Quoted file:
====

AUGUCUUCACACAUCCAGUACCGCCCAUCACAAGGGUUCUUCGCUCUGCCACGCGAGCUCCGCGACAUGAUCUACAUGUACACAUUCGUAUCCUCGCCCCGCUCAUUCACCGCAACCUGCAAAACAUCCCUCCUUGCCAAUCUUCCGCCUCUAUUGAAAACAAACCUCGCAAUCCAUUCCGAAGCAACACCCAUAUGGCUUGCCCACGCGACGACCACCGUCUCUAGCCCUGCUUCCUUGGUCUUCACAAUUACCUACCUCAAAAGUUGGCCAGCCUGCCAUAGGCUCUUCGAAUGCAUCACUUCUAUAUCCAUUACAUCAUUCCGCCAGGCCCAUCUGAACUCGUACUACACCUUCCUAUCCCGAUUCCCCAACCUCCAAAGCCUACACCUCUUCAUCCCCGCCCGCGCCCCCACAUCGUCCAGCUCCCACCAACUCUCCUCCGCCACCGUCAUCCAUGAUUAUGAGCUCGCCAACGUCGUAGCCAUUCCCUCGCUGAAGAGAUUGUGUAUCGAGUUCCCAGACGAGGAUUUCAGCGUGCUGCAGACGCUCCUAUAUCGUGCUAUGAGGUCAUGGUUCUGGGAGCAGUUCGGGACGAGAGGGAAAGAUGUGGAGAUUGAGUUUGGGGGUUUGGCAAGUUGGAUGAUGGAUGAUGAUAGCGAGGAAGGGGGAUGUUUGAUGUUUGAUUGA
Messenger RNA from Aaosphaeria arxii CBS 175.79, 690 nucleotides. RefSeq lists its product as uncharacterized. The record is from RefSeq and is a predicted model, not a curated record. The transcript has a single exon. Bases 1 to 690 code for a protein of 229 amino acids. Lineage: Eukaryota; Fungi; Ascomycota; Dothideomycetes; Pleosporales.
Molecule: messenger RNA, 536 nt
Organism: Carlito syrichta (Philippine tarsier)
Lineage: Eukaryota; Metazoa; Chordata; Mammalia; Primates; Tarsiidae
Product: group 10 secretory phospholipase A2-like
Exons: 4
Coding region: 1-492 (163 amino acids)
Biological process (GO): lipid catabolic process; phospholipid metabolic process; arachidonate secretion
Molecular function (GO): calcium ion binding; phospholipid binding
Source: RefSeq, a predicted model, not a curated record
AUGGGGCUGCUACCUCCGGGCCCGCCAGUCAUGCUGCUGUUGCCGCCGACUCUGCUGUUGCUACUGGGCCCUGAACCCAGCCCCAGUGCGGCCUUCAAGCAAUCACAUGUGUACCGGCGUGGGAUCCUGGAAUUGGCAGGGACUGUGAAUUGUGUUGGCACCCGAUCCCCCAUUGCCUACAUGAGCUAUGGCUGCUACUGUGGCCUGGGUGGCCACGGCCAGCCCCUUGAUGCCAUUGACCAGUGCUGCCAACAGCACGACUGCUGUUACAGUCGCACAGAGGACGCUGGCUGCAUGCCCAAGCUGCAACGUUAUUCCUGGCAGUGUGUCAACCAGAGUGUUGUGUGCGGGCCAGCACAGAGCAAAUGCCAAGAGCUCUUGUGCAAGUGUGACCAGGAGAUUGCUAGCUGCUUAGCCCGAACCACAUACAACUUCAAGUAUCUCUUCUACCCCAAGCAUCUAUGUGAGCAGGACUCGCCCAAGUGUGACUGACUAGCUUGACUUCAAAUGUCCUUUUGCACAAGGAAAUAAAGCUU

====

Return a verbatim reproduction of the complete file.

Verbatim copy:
AUGUCUUCACACAUCCAGUACCGCCCAUCACAAGGGUUCUUCGCUCUGCCACGCGAGCUCCGCGACAUGAUCUACAUGUACACAUUCGUAUCCUCGCCCCGCUCAUUCACCGCAACCUGCAAAACAUCCCUCCUUGCCAAUCUUCCGCCUCUAUUGAAAACAAACCUCGCAAUCCAUUCCGAAGCAACACCCAUAUGGCUUGCCCACGCGACGACCACCGUCUCUAGCCCUGCUUCCUUGGUCUUCACAAUUACCUACCUCAAAAGUUGGCCAGCCUGCCAUAGGCUCUUCGAAUGCAUCACUUCUAUAUCCAUUACAUCAUUCCGCCAGGCCCAUCUGAACUCGUACUACACCUUCCUAUCCCGAUUCCCCAACCUCCAAAGCCUACACCUCUUCAUCCCCGCCCGCGCCCCCACAUCGUCCAGCUCCCACCAACUCUCCUCCGCCACCGUCAUCCAUGAUUAUGAGCUCGCCAACGUCGUAGCCAUUCCCUCGCUGAAGAGAUUGUGUAUCGAGUUCCCAGACGAGGAUUUCAGCGUGCUGCAGACGCUCCUAUAUCGUGCUAUGAGGUCAUGGUUCUGGGAGCAGUUCGGGACGAGAGGGAAAGAUGUGGAGAUUGAGUUUGGGGGUUUGGCAAGUUGGAUGAUGGAUGAUGAUAGCGAGGAAGGGGGAUGUUUGAUGUUUGAUUGA
Messenger RNA from Aaosphaeria arxii CBS 175.79, 690 nucleotides. RefSeq lists its product as uncharacterized. The record is from RefSeq and is a predicted model, not a curated record. The transcript has a single exon. Bases 1 to 690 code for a protein of 229 amino acids. Lineage: Eukaryota; Fungi; Ascomycota; Dothideomycetes; Pleosporales.
Molecule: messenger RNA, 536 nt
Organism: Carlito syrichta (Philippine tarsier)
Lineage: Eukaryota; Metazoa; Chordata; Mammalia; Primates; Tarsiidae
Product: group 10 secretory phospholipase A2-like
Exons: 4
Coding region: 1-492 (163 amino acids)
Biological process (GO): lipid catabolic process; phospholipid metabolic process; arachidonate secretion
Molecular function (GO): calcium ion binding; phospholipid binding
Source: RefSeq, a predicted model, not a curated record
AUGGGGCUGCUACCUCCGGGCCCGCCAGUCAUGCUGCUGUUGCCGCCGACUCUGCUGUUGCUACUGGGCCCUGAACCCAGCCCCAGUGCGGCCUUCAAGCAAUCACAUGUGUACCGGCGUGGGAUCCUGGAAUUGGCAGGGACUGUGAAUUGUGUUGGCACCCGAUCCCCCAUUGCCUACAUGAGCUAUGGCUGCUACUGUGGCCUGGGUGGCCACGGCCAGCCCCUUGAUGCCAUUGACCAGUGCUGCCAACAGCACGACUGCUGUUACAGUCGCACAGAGGACGCUGGCUGCAUGCCCAAGCUGCAACGUUAUUCCUGGCAGUGUGUCAACCAGAGUGUUGUGUGCGGGCCAGCACAGAGCAAAUGCCAAGAGCUCUUGUGCAAGUGUGACCAGGAGAUUGCUAGCUGCUUAGCCCGAACCACAUACAACUUCAAGUAUCUCUUCUACCCCAAGCAUCUAUGUGAGCAGGACUCGCCCAAGUGUGACUGACUAGCUUGACUUCAAAUGUCCUUUUGCACAAGGAAAUAAAGCUU